Monitor space usage changes

While most people use bash, I like fish and I think we should not be afraid to write code for it. So here is a simple function I wrote to monitor space usage changes in a directory. It should be easy to convert it to bash or zsh if you prefer either. This is a general purpose function, not just for PostgreSQL, and I find this frequently comes handy.

function monitor_space
  set --local prev_space
  while true
    set --local space (du -h -d0 $argv[1] 2>/dev/null)
    if test "$prev_space" != "$space"
      echo $space
    set prev_space "$space"
    sleep 1

Practical application: monitoring pgsql_tmp

If you’re like me and you have learned to avoid premature optimizations, you are bound to eventually exhaust disk space because of a badly written SQL query. No shame in that, time is a rare commodity. Better done than perfect, right?

Personally, when a server’s disk is approaching its full state, I get e-mailed by my disk_space_check script, that is scheduled to run every 5 minutes in crontab.

This one’s in bash, if you’d like to use it:

CURRENT=$(df / | grep / | awk '{ print $5}' | sed 's/%//g')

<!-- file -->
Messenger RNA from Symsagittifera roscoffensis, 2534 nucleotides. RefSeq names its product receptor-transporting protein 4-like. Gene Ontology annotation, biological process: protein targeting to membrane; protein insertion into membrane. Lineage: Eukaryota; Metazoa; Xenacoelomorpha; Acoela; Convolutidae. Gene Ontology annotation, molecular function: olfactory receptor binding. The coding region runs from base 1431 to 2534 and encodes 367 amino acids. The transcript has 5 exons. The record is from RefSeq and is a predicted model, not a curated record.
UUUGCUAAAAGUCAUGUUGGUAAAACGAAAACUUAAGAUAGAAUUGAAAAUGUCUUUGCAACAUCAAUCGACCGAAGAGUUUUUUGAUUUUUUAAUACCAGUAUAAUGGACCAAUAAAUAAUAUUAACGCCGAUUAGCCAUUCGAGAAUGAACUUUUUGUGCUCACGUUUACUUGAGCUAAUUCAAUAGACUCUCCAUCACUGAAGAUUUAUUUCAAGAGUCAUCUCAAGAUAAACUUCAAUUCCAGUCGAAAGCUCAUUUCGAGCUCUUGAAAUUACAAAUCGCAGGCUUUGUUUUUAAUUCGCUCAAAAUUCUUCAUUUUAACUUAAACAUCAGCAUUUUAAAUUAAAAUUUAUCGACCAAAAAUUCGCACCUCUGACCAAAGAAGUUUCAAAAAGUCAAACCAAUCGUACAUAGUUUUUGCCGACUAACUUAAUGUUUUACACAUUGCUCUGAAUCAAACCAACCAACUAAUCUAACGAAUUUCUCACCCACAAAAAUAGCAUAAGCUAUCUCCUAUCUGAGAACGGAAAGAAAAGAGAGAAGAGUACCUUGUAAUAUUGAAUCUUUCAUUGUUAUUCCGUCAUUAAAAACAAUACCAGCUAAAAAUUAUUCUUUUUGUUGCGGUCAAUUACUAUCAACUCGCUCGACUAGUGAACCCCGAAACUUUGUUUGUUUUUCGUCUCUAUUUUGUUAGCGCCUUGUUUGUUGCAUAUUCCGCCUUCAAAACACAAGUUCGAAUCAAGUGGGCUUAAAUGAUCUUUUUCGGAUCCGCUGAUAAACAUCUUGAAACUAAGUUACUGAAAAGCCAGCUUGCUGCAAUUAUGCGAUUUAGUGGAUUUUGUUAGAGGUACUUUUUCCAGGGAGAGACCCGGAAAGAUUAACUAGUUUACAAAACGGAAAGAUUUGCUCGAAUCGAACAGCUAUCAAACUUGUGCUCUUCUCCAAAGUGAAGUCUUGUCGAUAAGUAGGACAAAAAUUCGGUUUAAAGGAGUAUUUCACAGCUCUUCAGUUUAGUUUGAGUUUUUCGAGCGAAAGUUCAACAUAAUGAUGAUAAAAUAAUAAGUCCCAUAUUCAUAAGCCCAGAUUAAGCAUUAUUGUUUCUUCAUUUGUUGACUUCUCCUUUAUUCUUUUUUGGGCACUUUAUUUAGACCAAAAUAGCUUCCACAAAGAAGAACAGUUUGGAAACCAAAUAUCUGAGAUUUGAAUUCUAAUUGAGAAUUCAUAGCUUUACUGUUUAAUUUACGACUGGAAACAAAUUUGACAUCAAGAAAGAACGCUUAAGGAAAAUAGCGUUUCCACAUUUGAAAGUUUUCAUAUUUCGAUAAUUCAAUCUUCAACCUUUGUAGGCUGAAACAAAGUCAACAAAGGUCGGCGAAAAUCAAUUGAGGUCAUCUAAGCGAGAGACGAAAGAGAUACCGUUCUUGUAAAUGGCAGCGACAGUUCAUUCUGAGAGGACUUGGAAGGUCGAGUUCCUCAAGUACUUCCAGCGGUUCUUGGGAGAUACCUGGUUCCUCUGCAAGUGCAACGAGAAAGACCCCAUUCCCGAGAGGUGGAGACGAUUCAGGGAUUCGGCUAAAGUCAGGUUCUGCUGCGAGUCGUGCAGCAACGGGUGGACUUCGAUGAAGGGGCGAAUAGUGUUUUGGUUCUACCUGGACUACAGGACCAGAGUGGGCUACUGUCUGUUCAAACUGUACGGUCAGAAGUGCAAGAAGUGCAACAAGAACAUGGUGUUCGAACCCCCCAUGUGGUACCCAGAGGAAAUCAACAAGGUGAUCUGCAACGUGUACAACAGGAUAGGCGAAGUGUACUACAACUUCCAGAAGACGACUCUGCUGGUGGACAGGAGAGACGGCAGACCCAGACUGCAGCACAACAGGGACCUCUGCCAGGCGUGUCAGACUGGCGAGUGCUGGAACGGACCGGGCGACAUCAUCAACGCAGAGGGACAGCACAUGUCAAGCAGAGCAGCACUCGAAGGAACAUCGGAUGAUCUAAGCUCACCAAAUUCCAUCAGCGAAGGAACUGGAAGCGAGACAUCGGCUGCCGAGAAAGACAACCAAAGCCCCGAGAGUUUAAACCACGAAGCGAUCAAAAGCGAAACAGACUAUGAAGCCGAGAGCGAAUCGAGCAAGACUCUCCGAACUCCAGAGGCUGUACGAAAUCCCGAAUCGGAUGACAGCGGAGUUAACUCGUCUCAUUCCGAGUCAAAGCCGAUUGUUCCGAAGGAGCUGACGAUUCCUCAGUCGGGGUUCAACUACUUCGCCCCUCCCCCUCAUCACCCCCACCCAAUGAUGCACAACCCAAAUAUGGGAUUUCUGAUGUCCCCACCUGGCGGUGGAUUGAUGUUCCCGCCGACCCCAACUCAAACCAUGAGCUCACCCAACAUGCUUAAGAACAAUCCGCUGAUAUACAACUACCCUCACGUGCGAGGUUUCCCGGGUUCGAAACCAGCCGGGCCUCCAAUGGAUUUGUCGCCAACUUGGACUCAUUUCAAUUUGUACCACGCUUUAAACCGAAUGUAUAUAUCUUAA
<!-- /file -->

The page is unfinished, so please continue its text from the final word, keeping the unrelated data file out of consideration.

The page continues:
if [ "$CURRENT" -gt "$THRESHOLD" ] ; then
    mail -s '[domain] Disk Space Alert' $MAIL << EOF
Your root partition remaining free space is critically low. Used: $CURRENT%

So, let’s say you just got this e-mail, and you need to figure out what the hell is causing your disk to get filled so quickly. You suspect PostgreSQL, because ran a sudo ncdu / that showed it was taking too much space and, in particular, the /var/lib/postgresql/12/main/base/pgsql_tmp/ directory was getting populated with too many bytes.

So you trigger your: monitor_space /var/lib/postgresql/12/main/base/pgsql_tmp/ command and follow your logs in order to identify the query that is creating so much temporary data.

Sure you could use some PostgreSQL extensions to do this, but monitor_space is simple and works for many applications.